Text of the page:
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Budget abandons nursing home residents COMMENTARY Ray Calhoun

EVERY YEAR in Pennsylvania nearly 100,000 families are confronted with an anguishing, uncomfortable and often guilt-ridden decision. They must decide whether to move an ailing, elderly loved one to a nursing home.

It is a situation that plays out every day at every one of Guardian Elder Care’s 17 nursing homes located across the commonwealth. After 32 years in the nursing home profession, I know the majority of families we serve will later say that the nursing home was the right decision. Keeping their loved one at home was no longer a safe and viable option, and their loved one received high-quality, compassionate care.

If Gov. Ed Rendell’s proposed 2008-2009 budget is approved, I’m afraid that the quality of life and possibly the quality of care for many of Pennsylvania’s nursing home residents could be jeopardized. Over the past three years nursing homes have been shortchanged nearly $290 million by state government for the care of Medicaid residents. It is a fact that Rendell has not disputed.

Now he is battling to justify his proposed budget, which includes no increase in the coming year for the care of Medicaid nursing home residents, despite the rising costs of providing that care.

Two-thirds of this state’s nursing home residents are on Medicaid. In rural counties the percentage is often higher. For every one of these residents, nursing homes statewide lose an average of $12 per resident per day. Put another way, the average nursing home in Pennsylvania loses more than $4,300 a year on two out of three residents. Why? Because government is not covering its expenses, leaving nursing homes to hold the bag.

Clearly all of us prefer to remain at home for as long as we can in our later years of life. However, for those who are very sick, very frail and require round-the-clock nursing care, today’s nursing homes provide excellent care and are more like home than ever before.

Another year of inadequate funding could change that picture. After three years of under- funding, nursing homes have nowhere left to trim.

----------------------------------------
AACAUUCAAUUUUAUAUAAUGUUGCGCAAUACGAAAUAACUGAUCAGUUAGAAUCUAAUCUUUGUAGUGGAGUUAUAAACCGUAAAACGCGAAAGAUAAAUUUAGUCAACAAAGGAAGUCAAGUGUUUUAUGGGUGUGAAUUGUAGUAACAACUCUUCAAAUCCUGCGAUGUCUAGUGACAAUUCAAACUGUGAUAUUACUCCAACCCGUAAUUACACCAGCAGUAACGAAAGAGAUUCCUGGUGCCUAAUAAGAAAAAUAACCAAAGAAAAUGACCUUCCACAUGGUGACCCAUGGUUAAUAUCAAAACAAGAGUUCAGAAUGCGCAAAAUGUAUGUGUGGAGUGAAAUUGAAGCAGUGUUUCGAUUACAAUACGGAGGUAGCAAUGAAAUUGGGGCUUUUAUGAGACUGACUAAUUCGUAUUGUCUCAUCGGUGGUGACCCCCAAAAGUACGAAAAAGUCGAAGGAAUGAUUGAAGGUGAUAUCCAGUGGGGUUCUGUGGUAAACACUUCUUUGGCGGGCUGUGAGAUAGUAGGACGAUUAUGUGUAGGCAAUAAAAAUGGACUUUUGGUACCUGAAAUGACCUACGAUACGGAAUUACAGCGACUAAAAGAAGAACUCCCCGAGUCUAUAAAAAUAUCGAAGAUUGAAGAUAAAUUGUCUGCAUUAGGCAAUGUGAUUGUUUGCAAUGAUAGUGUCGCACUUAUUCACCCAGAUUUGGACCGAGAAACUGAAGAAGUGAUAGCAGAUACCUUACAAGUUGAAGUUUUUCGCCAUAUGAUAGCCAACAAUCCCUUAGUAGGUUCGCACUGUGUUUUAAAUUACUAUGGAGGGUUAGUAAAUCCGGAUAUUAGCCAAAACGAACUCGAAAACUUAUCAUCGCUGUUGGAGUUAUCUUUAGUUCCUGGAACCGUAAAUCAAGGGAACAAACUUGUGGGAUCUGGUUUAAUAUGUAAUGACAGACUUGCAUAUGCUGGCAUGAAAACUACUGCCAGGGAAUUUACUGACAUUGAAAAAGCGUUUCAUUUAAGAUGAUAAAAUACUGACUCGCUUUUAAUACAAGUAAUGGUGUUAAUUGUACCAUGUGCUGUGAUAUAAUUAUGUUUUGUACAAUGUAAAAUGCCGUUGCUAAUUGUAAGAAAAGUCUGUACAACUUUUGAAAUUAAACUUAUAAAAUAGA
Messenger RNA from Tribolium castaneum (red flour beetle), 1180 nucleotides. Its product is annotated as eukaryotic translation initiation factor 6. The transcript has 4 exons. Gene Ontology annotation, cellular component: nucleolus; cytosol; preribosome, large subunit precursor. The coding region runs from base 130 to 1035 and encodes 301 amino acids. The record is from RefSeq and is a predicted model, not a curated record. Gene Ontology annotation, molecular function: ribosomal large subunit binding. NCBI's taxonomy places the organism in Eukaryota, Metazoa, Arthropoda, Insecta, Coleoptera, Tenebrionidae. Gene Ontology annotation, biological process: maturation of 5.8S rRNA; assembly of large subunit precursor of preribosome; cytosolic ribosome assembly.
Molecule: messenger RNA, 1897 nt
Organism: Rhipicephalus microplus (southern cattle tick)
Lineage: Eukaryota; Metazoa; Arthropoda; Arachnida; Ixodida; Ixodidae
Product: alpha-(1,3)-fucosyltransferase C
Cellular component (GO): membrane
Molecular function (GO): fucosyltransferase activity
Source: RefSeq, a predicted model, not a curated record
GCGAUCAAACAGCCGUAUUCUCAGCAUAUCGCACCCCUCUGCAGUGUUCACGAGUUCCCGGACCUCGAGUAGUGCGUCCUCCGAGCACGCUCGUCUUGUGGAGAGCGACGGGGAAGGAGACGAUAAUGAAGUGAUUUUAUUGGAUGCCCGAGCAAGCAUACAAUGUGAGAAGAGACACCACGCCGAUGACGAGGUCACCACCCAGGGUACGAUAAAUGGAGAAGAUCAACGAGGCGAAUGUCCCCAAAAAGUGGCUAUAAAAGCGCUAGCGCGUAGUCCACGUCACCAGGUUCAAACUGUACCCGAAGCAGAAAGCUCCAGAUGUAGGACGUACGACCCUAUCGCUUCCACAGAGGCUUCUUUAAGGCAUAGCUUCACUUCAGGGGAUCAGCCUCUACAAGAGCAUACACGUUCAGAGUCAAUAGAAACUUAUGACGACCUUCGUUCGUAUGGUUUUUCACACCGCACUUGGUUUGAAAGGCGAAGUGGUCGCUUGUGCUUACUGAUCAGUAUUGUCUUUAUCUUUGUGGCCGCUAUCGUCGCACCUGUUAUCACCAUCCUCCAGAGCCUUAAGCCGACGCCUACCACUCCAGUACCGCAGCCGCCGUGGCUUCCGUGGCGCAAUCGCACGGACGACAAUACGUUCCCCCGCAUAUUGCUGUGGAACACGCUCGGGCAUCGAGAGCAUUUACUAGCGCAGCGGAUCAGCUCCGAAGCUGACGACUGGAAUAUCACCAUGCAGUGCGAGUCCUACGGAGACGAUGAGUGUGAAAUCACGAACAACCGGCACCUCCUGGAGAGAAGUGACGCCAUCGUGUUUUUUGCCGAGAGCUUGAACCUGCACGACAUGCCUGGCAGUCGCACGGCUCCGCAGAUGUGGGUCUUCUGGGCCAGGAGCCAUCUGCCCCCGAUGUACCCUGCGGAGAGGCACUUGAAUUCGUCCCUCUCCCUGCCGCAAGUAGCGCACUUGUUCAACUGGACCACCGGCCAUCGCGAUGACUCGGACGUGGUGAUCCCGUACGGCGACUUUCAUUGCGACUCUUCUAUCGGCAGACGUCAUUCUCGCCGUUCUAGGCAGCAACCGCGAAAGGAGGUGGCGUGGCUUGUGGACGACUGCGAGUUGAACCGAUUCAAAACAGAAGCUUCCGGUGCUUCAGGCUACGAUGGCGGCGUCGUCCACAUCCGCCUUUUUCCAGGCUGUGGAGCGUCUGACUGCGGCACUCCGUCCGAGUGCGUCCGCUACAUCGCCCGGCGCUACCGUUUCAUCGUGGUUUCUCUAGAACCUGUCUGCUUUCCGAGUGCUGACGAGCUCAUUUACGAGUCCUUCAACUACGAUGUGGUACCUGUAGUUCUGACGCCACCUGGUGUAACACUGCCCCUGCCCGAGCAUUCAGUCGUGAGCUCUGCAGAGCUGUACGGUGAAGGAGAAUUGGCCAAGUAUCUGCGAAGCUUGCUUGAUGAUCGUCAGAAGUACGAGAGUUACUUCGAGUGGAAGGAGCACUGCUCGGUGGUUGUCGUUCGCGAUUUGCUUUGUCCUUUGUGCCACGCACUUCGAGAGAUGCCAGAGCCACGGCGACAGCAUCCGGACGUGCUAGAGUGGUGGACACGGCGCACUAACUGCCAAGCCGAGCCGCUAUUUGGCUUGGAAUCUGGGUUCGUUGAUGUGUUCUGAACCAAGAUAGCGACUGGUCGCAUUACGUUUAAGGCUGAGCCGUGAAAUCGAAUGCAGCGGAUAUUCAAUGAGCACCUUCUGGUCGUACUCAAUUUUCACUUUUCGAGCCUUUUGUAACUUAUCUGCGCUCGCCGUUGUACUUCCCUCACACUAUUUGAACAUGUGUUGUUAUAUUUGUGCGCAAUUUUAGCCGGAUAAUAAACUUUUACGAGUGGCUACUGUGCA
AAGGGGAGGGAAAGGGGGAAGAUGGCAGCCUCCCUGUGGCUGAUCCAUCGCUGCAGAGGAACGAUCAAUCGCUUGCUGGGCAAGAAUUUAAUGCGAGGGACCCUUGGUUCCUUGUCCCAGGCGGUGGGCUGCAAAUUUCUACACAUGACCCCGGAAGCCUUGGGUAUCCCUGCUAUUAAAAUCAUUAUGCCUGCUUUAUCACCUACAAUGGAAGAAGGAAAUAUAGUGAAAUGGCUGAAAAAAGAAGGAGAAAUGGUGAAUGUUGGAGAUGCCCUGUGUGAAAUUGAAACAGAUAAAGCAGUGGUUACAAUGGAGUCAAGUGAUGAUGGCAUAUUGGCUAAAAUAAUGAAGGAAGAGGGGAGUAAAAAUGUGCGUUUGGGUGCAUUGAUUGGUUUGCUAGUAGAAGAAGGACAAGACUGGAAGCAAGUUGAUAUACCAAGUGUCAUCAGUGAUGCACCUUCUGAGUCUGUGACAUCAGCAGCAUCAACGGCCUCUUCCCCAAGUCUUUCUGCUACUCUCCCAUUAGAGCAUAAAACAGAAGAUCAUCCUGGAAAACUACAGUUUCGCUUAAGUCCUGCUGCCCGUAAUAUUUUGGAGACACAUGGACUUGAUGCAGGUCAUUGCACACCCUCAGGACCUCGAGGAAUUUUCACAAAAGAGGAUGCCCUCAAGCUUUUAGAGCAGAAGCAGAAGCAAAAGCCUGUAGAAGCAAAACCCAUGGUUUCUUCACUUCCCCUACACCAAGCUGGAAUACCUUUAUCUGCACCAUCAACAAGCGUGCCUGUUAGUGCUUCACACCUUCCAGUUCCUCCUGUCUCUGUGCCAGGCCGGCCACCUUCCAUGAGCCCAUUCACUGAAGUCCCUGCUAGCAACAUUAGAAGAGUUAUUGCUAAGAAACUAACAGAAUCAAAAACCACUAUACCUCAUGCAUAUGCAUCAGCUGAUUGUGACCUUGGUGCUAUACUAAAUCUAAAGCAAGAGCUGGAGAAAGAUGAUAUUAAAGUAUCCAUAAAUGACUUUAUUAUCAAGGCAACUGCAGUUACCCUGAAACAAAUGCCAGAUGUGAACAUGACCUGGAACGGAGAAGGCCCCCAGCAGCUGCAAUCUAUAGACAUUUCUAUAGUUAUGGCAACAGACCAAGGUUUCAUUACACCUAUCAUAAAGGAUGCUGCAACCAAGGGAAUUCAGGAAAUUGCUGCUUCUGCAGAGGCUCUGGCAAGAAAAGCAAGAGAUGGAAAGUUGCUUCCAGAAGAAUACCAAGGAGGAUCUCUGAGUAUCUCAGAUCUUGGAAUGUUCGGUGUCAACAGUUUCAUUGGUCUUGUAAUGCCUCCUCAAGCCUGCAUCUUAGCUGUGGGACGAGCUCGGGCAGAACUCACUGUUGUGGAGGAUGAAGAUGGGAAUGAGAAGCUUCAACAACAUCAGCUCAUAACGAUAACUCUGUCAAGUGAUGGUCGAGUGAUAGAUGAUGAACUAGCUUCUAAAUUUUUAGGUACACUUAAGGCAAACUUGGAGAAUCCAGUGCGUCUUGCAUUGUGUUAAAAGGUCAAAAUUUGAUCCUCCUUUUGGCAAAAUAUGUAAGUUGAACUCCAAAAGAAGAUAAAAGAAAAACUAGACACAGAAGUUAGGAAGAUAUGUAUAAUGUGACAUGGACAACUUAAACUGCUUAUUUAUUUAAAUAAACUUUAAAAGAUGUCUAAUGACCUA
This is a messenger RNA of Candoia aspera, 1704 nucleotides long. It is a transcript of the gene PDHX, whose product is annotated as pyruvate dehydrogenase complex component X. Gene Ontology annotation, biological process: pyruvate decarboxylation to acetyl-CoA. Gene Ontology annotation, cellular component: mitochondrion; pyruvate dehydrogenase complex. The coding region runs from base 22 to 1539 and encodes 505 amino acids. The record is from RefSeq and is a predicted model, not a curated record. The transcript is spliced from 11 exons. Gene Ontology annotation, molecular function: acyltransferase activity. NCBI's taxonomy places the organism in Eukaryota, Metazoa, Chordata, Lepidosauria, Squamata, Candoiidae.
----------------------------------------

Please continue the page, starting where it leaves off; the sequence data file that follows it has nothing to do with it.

Caring for nursing home residents is physically and emotionally challenging work, yet because of chronic government under-funding most nursing homes cannot pay the wages and benefits that other health care settings can pay. Therefore, turnover is higher.

Many homes also must charge self-paying residents a higher cost for their care, thus forcing those residents to spend down their hard-earned assets sooner than they should and ultimately putting them on Medicaid sooner than they should.

In addition, this chronic under funding of our commonwealth’s most vulnerable residents comes at a dangerous time; Pennsylvania is on the verge of a boom in the elderly population. The over-65 population is going to double in the next 10 years and, according to Congressional Quarterly, nearly 70 percent of those turning 65 this year will need long-term care sometime in their lives.

Pennsylvania nursing home residents are older and sicker than the national average, according to the Centers for Medicare and Medicaid Services. We also provide more registered nursing hours per day to our residents than our neighboring states of Ohio, New York, Maryland, New Jersey and Connecticut. Yet, our Medicaid rates for nursing homes are below those of Delaware, Connecticut and New York, and virtually identical to Maryland and New Jersey.

Gov. Rendell justifies his flat funding of Medicaid nursing home residents by saying that he wants to rebalance the long-term care system and put more money into home care to keep people out of nursing homes. I commend the governor for wanting to expand home care – it is an area where Guardian is expanding services, too -- but the fact is, home care and nursing home care serve two very different populations.

Nursing homes work closely with the Area Agencies on Aging and the state Department of Public Welfare to transition residents back into their homes. But over the past five years, very few people who are in nursing homes for long-term care have been able to go home. They are too frail and sick. Home care is not a substitute for nursing home care.

I realize this is a tough budget year for the governor and state legislators. Nevertheless, the residents in our nursing homes are the men and women who fought in our wars, labored in our factories and built our communities. They deserve funding for care and programs that help them age with dignity.

The last few years have been very difficult ones in my career of caring for nursing home residents. If Medicaid reimbursements stay frozen, as the governor proposes, then the coming year will be even harder – for our elderly and disabled and for the wonderful men and women who care for them.

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